I miss Anne George. I took a detour to Birmingham just to visit the statue of Vulcan that she talked about in her mysteries. Also known as Moon Over Homewood (residential area with a good view of Vulcan’s rear). One of the people at the gift shop said they had a lot of visitors who stopped because of Anne George. They should have at least stocked her books. I bought a souvenir statue of Vulcan whose head and buns bobbled.

  5. Gayle
    Jun 04, 2012 @ 13:31:07

    With so many authors having great success self-publishing, it makes me wonder who will be eager to endure the long wait times to publication and lower royalties with these legacy publishers’ digital lines. Yes, you have to invest some money up front when you do it yourself, but the payoff seems pretty good.

  6. Mireya
    Jun 04, 2012 @ 14:52:38

    @Gayle: Well, personally speaking, if I were an author still making it in the publishing world, I would try to get published by one of them. Bear in mind that these publishers now opening their digital lines have the reputation and still have the resources to actually still bother with editing. Additionally, the author does not have to deal with things such as formatting, and promotion is easier as well. Self-publishing is still a gamble for the vast majority of people that attempt to self-publish, despite the apparently increasing number of people that seem to be having a certain degree of success with it. I would try self-publication once I had made a name for myself via traditional publishing or epublishing. JMHO.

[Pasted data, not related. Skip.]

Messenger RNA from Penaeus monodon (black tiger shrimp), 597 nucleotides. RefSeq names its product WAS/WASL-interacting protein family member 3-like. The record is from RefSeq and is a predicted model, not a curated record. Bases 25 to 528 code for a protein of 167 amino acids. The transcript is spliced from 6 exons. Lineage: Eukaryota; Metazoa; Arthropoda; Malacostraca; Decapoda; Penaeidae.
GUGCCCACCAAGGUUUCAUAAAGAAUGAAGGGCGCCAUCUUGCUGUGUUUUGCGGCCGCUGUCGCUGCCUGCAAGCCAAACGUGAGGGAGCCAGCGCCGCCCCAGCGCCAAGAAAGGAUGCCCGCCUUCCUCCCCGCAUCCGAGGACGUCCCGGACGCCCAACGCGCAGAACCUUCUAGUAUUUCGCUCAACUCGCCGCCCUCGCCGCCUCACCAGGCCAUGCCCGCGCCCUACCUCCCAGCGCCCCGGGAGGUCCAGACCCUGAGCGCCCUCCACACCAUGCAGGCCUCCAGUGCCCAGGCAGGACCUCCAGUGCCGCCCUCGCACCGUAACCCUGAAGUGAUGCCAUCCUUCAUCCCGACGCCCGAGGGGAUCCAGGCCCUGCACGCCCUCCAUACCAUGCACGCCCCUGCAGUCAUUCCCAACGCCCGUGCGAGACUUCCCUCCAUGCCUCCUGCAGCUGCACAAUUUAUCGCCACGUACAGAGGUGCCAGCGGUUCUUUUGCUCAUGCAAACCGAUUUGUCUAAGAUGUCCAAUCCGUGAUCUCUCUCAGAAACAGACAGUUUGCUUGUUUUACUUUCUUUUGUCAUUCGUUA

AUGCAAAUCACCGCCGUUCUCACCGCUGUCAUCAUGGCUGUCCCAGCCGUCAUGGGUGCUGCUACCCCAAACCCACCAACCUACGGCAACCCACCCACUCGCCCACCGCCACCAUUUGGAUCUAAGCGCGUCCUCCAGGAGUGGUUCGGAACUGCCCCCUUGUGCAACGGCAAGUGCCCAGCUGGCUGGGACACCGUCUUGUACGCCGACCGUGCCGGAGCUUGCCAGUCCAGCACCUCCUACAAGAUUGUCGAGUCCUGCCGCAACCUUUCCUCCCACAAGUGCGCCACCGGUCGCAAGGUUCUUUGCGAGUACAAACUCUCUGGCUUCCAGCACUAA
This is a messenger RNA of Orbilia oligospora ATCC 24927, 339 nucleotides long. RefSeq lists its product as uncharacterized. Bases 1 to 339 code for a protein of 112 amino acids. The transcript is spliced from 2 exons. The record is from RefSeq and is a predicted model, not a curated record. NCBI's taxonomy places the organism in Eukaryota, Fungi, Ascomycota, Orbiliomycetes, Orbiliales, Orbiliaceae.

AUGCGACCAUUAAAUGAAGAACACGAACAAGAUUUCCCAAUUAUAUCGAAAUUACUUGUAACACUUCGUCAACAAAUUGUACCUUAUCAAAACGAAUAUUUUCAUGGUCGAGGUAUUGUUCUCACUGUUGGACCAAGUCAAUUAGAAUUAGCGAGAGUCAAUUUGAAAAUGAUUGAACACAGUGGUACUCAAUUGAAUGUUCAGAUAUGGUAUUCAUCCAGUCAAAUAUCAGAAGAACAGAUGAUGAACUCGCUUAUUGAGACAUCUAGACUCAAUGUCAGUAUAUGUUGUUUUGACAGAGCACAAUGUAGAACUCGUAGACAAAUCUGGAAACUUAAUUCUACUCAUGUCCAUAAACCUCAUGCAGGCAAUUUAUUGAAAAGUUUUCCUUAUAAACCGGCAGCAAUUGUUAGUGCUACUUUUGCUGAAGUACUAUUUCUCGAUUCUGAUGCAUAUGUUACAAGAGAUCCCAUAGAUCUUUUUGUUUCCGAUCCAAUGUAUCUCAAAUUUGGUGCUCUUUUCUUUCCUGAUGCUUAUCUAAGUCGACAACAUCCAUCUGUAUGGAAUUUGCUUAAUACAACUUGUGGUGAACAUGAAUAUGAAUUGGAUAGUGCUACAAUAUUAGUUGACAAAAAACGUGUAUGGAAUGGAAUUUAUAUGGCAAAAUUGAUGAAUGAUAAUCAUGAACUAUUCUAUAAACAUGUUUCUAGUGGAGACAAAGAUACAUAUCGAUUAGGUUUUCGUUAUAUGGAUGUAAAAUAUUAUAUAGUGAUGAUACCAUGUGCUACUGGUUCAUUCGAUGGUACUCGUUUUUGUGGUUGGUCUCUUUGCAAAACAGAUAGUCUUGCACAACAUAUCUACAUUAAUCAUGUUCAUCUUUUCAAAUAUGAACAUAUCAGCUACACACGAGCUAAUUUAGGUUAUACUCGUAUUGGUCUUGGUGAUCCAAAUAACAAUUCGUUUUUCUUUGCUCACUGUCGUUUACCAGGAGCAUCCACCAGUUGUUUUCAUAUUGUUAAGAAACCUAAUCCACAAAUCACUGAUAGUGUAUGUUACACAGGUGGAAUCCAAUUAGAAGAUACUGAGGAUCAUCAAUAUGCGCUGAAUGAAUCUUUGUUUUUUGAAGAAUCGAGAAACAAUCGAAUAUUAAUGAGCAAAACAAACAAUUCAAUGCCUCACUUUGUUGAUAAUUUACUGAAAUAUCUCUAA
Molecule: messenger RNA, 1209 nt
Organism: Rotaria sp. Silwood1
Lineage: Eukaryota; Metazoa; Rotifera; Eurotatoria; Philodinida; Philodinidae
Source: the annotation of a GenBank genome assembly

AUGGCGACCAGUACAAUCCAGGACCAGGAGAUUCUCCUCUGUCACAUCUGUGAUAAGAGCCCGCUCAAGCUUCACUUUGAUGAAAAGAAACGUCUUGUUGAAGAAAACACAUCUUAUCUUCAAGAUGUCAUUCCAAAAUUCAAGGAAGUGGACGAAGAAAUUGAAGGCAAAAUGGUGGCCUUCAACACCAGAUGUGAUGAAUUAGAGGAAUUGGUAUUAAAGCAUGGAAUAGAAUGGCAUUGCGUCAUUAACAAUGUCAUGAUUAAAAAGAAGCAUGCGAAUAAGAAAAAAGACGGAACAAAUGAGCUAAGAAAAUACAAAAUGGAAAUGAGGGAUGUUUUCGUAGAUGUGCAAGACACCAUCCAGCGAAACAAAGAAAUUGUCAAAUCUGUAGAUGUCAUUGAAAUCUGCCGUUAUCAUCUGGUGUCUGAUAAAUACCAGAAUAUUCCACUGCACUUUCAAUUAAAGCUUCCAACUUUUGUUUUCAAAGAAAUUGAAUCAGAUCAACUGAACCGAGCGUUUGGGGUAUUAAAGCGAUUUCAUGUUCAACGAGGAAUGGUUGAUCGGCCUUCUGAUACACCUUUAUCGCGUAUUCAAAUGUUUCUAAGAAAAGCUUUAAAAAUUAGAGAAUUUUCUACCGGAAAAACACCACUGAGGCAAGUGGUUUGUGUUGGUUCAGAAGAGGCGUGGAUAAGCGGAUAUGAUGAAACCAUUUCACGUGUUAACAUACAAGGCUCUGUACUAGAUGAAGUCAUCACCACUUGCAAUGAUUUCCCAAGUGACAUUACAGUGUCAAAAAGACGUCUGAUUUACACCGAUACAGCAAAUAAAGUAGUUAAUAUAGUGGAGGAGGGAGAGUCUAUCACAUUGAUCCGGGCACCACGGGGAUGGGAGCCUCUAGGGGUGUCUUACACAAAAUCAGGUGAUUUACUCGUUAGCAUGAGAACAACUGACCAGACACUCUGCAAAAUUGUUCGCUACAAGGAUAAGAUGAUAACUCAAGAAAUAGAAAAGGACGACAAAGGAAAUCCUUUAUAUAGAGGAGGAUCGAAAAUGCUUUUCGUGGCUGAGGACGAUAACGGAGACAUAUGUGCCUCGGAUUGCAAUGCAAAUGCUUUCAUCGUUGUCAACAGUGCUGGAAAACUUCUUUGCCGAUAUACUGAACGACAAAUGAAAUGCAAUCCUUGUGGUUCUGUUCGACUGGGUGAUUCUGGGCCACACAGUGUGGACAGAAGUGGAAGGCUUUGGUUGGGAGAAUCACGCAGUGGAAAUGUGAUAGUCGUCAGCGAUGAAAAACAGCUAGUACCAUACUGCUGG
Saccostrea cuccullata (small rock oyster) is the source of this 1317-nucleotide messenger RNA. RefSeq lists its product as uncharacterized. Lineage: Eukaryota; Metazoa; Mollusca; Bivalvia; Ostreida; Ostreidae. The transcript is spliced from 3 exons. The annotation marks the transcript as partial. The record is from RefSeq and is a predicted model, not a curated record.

7. Evangeline Holland
    Jun 04, 2012 @ 17:47:20

    @Mireya: IMO, the elephant in the room is not the editing and reputation of NY digital-first imprints, but royalty rates, DRM, geographical restrictions, and control over price, cover, and content. These imprints are a smart move, but a little reactive as opposed to proactive, and on the author end, it’s still dependent upon traditional methods of publishing.

  8. Jane
    Jun 04, 2012 @ 22:26:27

    @Kati: Sorry about that. I didn’t realize that it was subscribers only or I would have noted it.

  9. Mireya
    Jun 05, 2012 @ 07:29:07

    @Evangeline Holland: I understand what you are saying. I am not an author nor do plan on becoming one, so my comment was based on a theoretical scenario if I decided to ever write and get anything published. Different things work for different people, and circumstances are different for everyone. All this being said, if I were a noob at writing, I would still do my best in trying to get my foot in, so to speak, even if that means sacrificing a few things during the early stages of my “plan”. Again, just expressing random thoughts out loud and playing with the “what ifs”, as I don’t plan on becoming an author. :D

  10. Evangeline Holland
    Jun 05, 2012 @ 15:19:57

    @Mireya: Oh definitely. However, what makes me curiouser and curiouser is how these digital-first imprints will impact RWA policy and perception of e-publishing and what constitutes a “real” writer. What about editor pitch sessions and contests–will it be frowned upon for editors to solicit submissions for the digital line over the print line?